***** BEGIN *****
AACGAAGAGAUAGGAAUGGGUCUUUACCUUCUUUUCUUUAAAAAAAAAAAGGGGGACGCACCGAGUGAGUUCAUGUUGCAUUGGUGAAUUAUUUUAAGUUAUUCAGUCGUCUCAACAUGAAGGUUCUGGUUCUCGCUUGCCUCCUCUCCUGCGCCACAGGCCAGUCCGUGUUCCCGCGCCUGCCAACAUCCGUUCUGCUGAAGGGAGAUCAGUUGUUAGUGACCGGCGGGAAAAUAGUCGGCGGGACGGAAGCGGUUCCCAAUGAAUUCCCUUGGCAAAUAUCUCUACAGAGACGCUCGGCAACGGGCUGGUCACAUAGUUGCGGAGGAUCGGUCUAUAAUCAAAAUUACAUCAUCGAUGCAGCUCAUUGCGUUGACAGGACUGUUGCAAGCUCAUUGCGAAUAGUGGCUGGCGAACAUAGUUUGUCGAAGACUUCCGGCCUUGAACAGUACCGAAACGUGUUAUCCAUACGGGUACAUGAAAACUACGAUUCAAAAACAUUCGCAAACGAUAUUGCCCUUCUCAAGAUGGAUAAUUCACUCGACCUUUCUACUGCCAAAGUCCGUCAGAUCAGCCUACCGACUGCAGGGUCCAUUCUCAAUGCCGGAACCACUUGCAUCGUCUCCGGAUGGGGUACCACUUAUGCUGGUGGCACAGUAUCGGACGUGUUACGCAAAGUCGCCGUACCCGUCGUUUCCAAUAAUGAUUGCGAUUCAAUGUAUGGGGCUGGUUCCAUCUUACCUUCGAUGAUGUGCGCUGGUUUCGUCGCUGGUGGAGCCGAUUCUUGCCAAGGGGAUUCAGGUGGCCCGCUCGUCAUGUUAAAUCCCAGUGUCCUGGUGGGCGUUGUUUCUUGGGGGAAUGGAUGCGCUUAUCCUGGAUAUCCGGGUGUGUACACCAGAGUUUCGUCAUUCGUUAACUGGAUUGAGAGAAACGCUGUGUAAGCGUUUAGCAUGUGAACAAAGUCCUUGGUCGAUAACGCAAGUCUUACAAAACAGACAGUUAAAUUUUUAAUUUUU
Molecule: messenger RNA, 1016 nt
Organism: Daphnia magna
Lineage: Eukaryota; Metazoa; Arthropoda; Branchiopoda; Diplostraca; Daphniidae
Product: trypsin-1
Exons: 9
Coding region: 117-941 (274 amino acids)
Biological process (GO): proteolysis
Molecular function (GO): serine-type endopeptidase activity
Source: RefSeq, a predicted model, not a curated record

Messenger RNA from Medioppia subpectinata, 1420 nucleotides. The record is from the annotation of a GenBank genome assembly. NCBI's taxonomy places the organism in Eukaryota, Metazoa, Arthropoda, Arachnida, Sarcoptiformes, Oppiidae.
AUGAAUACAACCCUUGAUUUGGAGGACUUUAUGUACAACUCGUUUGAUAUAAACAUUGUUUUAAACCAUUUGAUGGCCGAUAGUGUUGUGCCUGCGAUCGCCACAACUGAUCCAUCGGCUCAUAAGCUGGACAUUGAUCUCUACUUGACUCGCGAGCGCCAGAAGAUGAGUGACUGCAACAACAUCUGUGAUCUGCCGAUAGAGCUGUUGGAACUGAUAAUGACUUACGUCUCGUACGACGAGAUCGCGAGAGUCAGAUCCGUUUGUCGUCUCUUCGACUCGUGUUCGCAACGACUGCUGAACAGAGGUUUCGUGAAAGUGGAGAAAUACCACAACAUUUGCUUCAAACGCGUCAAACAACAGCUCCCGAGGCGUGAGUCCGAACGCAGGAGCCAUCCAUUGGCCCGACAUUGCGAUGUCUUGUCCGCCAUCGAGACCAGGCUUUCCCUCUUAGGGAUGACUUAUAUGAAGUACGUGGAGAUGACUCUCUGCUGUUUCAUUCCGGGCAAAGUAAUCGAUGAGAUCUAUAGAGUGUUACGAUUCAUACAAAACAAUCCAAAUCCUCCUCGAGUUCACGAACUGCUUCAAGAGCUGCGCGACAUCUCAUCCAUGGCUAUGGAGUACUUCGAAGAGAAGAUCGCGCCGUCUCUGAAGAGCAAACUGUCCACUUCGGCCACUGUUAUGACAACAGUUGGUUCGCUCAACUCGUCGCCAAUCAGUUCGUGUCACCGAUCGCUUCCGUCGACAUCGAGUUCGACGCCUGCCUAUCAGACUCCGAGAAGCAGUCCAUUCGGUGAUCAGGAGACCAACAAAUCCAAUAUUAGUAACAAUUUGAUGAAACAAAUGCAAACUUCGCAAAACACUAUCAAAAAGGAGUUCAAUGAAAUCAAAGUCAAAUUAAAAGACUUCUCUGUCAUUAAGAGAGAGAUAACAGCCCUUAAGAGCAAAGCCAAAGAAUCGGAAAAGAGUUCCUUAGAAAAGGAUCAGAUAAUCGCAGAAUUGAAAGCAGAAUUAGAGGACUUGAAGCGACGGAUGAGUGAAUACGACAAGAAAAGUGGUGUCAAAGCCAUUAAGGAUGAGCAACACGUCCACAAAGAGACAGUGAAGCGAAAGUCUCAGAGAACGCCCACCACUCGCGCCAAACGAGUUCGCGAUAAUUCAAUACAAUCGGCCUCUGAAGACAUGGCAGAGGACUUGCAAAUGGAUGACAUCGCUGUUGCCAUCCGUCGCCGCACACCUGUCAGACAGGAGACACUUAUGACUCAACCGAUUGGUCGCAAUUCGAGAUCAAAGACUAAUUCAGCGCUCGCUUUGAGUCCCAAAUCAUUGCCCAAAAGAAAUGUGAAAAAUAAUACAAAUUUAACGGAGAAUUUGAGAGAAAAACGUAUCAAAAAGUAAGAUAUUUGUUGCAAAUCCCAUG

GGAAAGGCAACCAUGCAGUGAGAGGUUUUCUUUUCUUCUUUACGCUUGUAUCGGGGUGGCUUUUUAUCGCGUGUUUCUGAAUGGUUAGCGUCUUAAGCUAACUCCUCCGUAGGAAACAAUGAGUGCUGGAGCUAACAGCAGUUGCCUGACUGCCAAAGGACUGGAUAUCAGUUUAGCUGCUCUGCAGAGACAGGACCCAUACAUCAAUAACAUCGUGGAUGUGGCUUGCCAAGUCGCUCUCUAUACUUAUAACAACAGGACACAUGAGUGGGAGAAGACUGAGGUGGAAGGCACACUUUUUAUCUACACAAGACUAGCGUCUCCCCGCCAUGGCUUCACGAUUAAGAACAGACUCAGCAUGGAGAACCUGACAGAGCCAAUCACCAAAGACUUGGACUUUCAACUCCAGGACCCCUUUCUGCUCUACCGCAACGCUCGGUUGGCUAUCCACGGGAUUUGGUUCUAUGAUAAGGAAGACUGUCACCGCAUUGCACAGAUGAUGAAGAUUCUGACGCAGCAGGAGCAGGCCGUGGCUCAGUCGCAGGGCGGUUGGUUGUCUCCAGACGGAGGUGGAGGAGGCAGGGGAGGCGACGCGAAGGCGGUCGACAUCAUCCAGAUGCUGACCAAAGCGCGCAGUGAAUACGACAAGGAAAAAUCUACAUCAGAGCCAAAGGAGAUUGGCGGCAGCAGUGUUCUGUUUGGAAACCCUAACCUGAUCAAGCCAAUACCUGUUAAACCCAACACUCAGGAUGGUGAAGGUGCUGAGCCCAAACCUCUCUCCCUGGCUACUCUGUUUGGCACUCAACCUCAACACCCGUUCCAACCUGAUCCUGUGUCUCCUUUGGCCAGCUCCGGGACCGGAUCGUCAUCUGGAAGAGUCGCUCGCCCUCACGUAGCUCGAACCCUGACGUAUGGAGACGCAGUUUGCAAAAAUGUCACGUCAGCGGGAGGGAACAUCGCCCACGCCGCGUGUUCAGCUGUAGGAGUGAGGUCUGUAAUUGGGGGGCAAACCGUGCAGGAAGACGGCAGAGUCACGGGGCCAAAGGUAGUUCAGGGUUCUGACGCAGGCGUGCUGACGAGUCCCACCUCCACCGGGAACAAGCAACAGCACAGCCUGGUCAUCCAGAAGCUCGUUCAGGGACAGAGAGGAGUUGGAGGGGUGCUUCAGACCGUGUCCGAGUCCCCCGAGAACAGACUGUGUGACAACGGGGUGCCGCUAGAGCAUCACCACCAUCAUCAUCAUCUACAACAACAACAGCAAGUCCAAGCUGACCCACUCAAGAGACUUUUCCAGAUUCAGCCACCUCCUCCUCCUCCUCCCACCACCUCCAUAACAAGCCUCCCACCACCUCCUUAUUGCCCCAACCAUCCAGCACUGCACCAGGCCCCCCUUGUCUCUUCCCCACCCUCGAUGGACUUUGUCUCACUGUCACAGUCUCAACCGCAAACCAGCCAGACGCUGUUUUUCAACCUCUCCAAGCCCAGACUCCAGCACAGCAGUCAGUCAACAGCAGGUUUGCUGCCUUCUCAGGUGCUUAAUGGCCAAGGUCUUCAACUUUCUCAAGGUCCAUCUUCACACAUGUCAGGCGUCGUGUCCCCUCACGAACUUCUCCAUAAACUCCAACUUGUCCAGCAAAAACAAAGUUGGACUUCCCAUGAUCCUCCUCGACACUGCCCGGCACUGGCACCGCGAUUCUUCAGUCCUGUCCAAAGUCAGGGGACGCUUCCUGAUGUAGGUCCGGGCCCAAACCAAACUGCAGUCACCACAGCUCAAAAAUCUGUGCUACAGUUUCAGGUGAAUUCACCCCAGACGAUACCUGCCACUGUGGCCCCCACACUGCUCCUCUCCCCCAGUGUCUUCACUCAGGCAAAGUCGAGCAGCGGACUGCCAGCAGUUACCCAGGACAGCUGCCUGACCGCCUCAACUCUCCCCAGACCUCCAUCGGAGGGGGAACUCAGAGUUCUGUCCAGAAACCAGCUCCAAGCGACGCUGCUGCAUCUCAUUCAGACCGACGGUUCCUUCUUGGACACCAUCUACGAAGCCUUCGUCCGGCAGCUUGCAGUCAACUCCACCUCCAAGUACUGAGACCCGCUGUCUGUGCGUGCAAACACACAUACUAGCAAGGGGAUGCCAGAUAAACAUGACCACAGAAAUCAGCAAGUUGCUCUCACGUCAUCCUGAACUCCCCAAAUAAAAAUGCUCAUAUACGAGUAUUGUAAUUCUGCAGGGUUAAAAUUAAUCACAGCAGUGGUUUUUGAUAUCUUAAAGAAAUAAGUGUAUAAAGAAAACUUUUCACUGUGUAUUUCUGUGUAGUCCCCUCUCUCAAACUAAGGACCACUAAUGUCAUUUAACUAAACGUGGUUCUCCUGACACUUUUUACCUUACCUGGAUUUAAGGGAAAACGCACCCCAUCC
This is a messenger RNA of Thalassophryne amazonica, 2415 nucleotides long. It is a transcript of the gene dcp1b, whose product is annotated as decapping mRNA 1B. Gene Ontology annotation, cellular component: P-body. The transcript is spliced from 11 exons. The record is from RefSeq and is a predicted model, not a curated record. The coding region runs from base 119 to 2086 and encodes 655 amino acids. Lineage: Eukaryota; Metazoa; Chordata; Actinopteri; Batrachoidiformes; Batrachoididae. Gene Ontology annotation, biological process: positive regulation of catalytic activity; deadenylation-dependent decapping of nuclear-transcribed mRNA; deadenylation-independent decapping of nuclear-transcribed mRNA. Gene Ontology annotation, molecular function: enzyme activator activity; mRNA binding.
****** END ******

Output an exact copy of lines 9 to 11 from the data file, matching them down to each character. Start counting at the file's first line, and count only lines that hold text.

Molecular function (GO): serine-type endopeptidase activity
Source: RefSeq, a predicted model, not a curated record

Messenger RNA from Medioppia subpectinata, 1420 nucleotides. The record is from the annotation of a GenBank genome assembly. NCBI's taxonomy places the organism in Eukaryota, Metazoa, Arthropoda, Arachnida, Sarcoptiformes, Oppiidae.